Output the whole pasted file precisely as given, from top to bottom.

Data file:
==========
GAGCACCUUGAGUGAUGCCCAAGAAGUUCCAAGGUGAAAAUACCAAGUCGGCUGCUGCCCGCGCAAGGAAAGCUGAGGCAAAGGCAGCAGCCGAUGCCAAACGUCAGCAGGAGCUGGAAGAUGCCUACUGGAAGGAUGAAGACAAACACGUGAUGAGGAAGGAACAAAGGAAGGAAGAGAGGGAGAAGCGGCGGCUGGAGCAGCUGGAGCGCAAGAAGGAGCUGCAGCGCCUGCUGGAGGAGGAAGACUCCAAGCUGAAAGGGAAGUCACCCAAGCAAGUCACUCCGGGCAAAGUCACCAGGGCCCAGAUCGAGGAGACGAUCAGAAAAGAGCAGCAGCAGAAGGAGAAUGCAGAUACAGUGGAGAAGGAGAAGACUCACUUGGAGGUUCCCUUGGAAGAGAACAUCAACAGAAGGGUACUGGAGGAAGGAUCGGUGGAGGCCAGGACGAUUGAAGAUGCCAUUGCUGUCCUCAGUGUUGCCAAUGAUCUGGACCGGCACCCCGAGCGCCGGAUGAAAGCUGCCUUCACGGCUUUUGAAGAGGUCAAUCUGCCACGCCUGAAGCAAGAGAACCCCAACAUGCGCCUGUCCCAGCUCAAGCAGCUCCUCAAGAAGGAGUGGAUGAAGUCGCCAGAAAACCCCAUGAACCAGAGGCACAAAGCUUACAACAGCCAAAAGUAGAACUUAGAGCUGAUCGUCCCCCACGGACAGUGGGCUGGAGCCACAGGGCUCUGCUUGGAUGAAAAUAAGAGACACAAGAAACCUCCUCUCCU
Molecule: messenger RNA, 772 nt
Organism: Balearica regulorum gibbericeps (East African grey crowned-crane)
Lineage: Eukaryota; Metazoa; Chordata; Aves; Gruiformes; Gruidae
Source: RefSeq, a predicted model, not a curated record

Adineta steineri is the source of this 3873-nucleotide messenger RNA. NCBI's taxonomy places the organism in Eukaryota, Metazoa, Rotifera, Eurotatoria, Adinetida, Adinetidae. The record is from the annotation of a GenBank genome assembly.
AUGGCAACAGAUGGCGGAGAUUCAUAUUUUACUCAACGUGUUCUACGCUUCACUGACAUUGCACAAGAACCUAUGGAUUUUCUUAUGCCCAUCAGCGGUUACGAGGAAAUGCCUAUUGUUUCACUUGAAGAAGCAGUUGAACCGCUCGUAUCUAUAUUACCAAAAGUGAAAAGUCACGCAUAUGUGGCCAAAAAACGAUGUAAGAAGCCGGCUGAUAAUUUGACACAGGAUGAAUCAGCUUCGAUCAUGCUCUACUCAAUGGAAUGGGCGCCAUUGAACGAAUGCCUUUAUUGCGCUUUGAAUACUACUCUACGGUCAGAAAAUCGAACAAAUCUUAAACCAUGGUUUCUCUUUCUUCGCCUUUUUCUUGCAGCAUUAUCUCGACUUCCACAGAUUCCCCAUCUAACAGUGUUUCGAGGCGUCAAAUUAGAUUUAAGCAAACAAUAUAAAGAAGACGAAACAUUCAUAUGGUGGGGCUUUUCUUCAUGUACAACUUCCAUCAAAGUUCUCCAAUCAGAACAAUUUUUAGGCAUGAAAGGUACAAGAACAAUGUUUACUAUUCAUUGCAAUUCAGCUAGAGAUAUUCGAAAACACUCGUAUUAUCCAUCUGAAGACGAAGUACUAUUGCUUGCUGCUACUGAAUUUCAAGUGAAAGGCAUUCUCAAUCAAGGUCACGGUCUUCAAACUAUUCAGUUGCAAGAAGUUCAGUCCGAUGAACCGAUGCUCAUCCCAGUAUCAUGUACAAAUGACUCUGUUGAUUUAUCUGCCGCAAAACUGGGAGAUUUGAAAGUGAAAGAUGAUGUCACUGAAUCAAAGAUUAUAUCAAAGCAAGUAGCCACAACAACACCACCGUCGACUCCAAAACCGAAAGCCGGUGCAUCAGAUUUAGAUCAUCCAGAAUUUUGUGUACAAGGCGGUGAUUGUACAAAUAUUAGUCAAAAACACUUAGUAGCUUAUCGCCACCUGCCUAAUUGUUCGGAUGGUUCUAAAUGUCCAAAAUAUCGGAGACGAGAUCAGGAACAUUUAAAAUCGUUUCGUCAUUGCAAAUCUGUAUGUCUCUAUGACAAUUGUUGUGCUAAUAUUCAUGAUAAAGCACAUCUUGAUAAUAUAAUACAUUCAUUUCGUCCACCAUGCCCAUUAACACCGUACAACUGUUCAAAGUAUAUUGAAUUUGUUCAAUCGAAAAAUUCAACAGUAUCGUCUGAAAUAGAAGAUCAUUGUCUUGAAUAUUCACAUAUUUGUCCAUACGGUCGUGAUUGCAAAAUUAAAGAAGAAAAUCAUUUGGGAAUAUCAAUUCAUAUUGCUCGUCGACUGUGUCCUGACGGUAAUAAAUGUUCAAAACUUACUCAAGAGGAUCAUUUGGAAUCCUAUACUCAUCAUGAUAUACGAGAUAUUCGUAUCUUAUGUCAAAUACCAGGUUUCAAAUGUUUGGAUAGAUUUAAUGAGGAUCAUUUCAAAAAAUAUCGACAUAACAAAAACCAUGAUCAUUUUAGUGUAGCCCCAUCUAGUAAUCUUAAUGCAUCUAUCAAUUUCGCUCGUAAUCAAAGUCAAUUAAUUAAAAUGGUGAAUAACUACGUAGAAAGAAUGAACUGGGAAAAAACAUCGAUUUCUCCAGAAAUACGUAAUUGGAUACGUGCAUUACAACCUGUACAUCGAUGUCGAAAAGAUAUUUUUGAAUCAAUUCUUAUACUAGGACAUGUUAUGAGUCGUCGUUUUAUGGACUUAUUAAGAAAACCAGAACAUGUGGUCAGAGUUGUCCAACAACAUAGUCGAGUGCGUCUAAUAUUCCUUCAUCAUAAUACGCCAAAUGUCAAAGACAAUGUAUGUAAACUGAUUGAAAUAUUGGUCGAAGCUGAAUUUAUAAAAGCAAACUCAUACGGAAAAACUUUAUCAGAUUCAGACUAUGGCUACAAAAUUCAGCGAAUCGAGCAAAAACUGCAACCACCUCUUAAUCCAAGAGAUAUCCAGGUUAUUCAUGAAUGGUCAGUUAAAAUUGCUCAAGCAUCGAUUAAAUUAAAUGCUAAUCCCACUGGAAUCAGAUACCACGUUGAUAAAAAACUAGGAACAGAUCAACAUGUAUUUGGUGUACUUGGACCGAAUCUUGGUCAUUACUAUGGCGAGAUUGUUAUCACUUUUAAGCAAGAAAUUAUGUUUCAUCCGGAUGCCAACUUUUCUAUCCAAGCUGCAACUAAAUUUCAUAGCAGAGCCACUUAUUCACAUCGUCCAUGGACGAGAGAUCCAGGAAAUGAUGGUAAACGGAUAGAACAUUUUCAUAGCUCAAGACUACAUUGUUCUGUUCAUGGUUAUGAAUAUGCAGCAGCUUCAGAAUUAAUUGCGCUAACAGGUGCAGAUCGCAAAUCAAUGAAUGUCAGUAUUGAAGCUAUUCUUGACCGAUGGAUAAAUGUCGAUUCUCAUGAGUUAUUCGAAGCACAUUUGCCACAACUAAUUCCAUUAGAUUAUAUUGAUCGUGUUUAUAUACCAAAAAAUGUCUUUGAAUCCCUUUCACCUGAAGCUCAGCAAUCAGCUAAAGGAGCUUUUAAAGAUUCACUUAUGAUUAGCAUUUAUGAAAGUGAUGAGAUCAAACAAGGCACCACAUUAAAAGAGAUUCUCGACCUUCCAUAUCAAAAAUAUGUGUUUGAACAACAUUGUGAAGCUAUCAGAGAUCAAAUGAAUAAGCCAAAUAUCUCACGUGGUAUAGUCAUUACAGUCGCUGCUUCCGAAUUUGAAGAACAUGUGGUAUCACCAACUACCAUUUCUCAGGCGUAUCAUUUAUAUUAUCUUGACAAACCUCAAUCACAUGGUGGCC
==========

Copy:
GAGCACCUUGAGUGAUGCCCAAGAAGUUCCAAGGUGAAAAUACCAAGUCGGCUGCUGCCCGCGCAAGGAAAGCUGAGGCAAAGGCAGCAGCCGAUGCCAAACGUCAGCAGGAGCUGGAAGAUGCCUACUGGAAGGAUGAAGACAAACACGUGAUGAGGAAGGAACAAAGGAAGGAAGAGAGGGAGAAGCGGCGGCUGGAGCAGCUGGAGCGCAAGAAGGAGCUGCAGCGCCUGCUGGAGGAGGAAGACUCCAAGCUGAAAGGGAAGUCACCCAAGCAAGUCACUCCGGGCAAAGUCACCAGGGCCCAGAUCGAGGAGACGAUCAGAAAAGAGCAGCAGCAGAAGGAGAAUGCAGAUACAGUGGAGAAGGAGAAGACUCACUUGGAGGUUCCCUUGGAAGAGAACAUCAACAGAAGGGUACUGGAGGAAGGAUCGGUGGAGGCCAGGACGAUUGAAGAUGCCAUUGCUGUCCUCAGUGUUGCCAAUGAUCUGGACCGGCACCCCGAGCGCCGGAUGAAAGCUGCCUUCACGGCUUUUGAAGAGGUCAAUCUGCCACGCCUGAAGCAAGAGAACCCCAACAUGCGCCUGUCCCAGCUCAAGCAGCUCCUCAAGAAGGAGUGGAUGAAGUCGCCAGAAAACCCCAUGAACCAGAGGCACAAAGCUUACAACAGCCAAAAGUAGAACUUAGAGCUGAUCGUCCCCCACGGACAGUGGGCUGGAGCCACAGGGCUCUGCUUGGAUGAAAAUAAGAGACACAAGAAACCUCCUCUCCU
Molecule: messenger RNA, 772 nt
Organism: Balearica regulorum gibbericeps (East African grey crowned-crane)
Lineage: Eukaryota; Metazoa; Chordata; Aves; Gruiformes; Gruidae
Source: RefSeq, a predicted model, not a curated record

Adineta steineri is the source of this 3873-nucleotide messenger RNA. NCBI's taxonomy places the organism in Eukaryota, Metazoa, Rotifera, Eurotatoria, Adinetida, Adinetidae. The record is from the annotation of a GenBank genome assembly.
AUGGCAACAGAUGGCGGAGAUUCAUAUUUUACUCAACGUGUUCUACGCUUCACUGACAUUGCACAAGAACCUAUGGAUUUUCUUAUGCCCAUCAGCGGUUACGAGGAAAUGCCUAUUGUUUCACUUGAAGAAGCAGUUGAACCGCUCGUAUCUAUAUUACCAAAAGUGAAAAGUCACGCAUAUGUGGCCAAAAAACGAUGUAAGAAGCCGGCUGAUAAUUUGACACAGGAUGAAUCAGCUUCGAUCAUGCUCUACUCAAUGGAAUGGGCGCCAUUGAACGAAUGCCUUUAUUGCGCUUUGAAUACUACUCUACGGUCAGAAAAUCGAACAAAUCUUAAACCAUGGUUUCUCUUUCUUCGCCUUUUUCUUGCAGCAUUAUCUCGACUUCCACAGAUUCCCCAUCUAACAGUGUUUCGAGGCGUCAAAUUAGAUUUAAGCAAACAAUAUAAAGAAGACGAAACAUUCAUAUGGUGGGGCUUUUCUUCAUGUACAACUUCCAUCAAAGUUCUCCAAUCAGAACAAUUUUUAGGCAUGAAAGGUACAAGAACAAUGUUUACUAUUCAUUGCAAUUCAGCUAGAGAUAUUCGAAAACACUCGUAUUAUCCAUCUGAAGACGAAGUACUAUUGCUUGCUGCUACUGAAUUUCAAGUGAAAGGCAUUCUCAAUCAAGGUCACGGUCUUCAAACUAUUCAGUUGCAAGAAGUUCAGUCCGAUGAACCGAUGCUCAUCCCAGUAUCAUGUACAAAUGACUCUGUUGAUUUAUCUGCCGCAAAACUGGGAGAUUUGAAAGUGAAAGAUGAUGUCACUGAAUCAAAGAUUAUAUCAAAGCAAGUAGCCACAACAACACCACCGUCGACUCCAAAACCGAAAGCCGGUGCAUCAGAUUUAGAUCAUCCAGAAUUUUGUGUACAAGGCGGUGAUUGUACAAAUAUUAGUCAAAAACACUUAGUAGCUUAUCGCCACCUGCCUAAUUGUUCGGAUGGUUCUAAAUGUCCAAAAUAUCGGAGACGAGAUCAGGAACAUUUAAAAUCGUUUCGUCAUUGCAAAUCUGUAUGUCUCUAUGACAAUUGUUGUGCUAAUAUUCAUGAUAAAGCACAUCUUGAUAAUAUAAUACAUUCAUUUCGUCCACCAUGCCCAUUAACACCGUACAACUGUUCAAAGUAUAUUGAAUUUGUUCAAUCGAAAAAUUCAACAGUAUCGUCUGAAAUAGAAGAUCAUUGUCUUGAAUAUUCACAUAUUUGUCCAUACGGUCGUGAUUGCAAAAUUAAAGAAGAAAAUCAUUUGGGAAUAUCAAUUCAUAUUGCUCGUCGACUGUGUCCUGACGGUAAUAAAUGUUCAAAACUUACUCAAGAGGAUCAUUUGGAAUCCUAUACUCAUCAUGAUAUACGAGAUAUUCGUAUCUUAUGUCAAAUACCAGGUUUCAAAUGUUUGGAUAGAUUUAAUGAGGAUCAUUUCAAAAAAUAUCGACAUAACAAAAACCAUGAUCAUUUUAGUGUAGCCCCAUCUAGUAAUCUUAAUGCAUCUAUCAAUUUCGCUCGUAAUCAAAGUCAAUUAAUUAAAAUGGUGAAUAACUACGUAGAAAGAAUGAACUGGGAAAAAACAUCGAUUUCUCCAGAAAUACGUAAUUGGAUACGUGCAUUACAACCUGUACAUCGAUGUCGAAAAGAUAUUUUUGAAUCAAUUCUUAUACUAGGACAUGUUAUGAGUCGUCGUUUUAUGGACUUAUUAAGAAAACCAGAACAUGUGGUCAGAGUUGUCCAACAACAUAGUCGAGUGCGUCUAAUAUUCCUUCAUCAUAAUACGCCAAAUGUCAAAGACAAUGUAUGUAAACUGAUUGAAAUAUUGGUCGAAGCUGAAUUUAUAAAAGCAAACUCAUACGGAAAAACUUUAUCAGAUUCAGACUAUGGCUACAAAAUUCAGCGAAUCGAGCAAAAACUGCAACCACCUCUUAAUCCAAGAGAUAUCCAGGUUAUUCAUGAAUGGUCAGUUAAAAUUGCUCAAGCAUCGAUUAAAUUAAAUGCUAAUCCCACUGGAAUCAGAUACCACGUUGAUAAAAAACUAGGAACAGAUCAACAUGUAUUUGGUGUACUUGGACCGAAUCUUGGUCAUUACUAUGGCGAGAUUGUUAUCACUUUUAAGCAAGAAAUUAUGUUUCAUCCGGAUGCCAACUUUUCUAUCCAAGCUGCAACUAAAUUUCAUAGCAGAGCCACUUAUUCACAUCGUCCAUGGACGAGAGAUCCAGGAAAUGAUGGUAAACGGAUAGAACAUUUUCAUAGCUCAAGACUACAUUGUUCUGUUCAUGGUUAUGAAUAUGCAGCAGCUUCAGAAUUAAUUGCGCUAACAGGUGCAGAUCGCAAAUCAAUGAAUGUCAGUAUUGAAGCUAUUCUUGACCGAUGGAUAAAUGUCGAUUCUCAUGAGUUAUUCGAAGCACAUUUGCCACAACUAAUUCCAUUAGAUUAUAUUGAUCGUGUUUAUAUACCAAAAAAUGUCUUUGAAUCCCUUUCACCUGAAGCUCAGCAAUCAGCUAAAGGAGCUUUUAAAGAUUCACUUAUGAUUAGCAUUUAUGAAAGUGAUGAGAUCAAACAAGGCACCACAUUAAAAGAGAUUCUCGACCUUCCAUAUCAAAAAUAUGUGUUUGAACAACAUUGUGAAGCUAUCAGAGAUCAAAUGAAUAAGCCAAAUAUCUCACGUGGUAUAGUCAUUACAGUCGCUGCUUCCGAAUUUGAAGAACAUGUGGUAUCACCAACUACCAUUUCUCAGGCGUAUCAUUUAUAUUAUCUUGACAAACCUCAAUCACAUGGUGGCC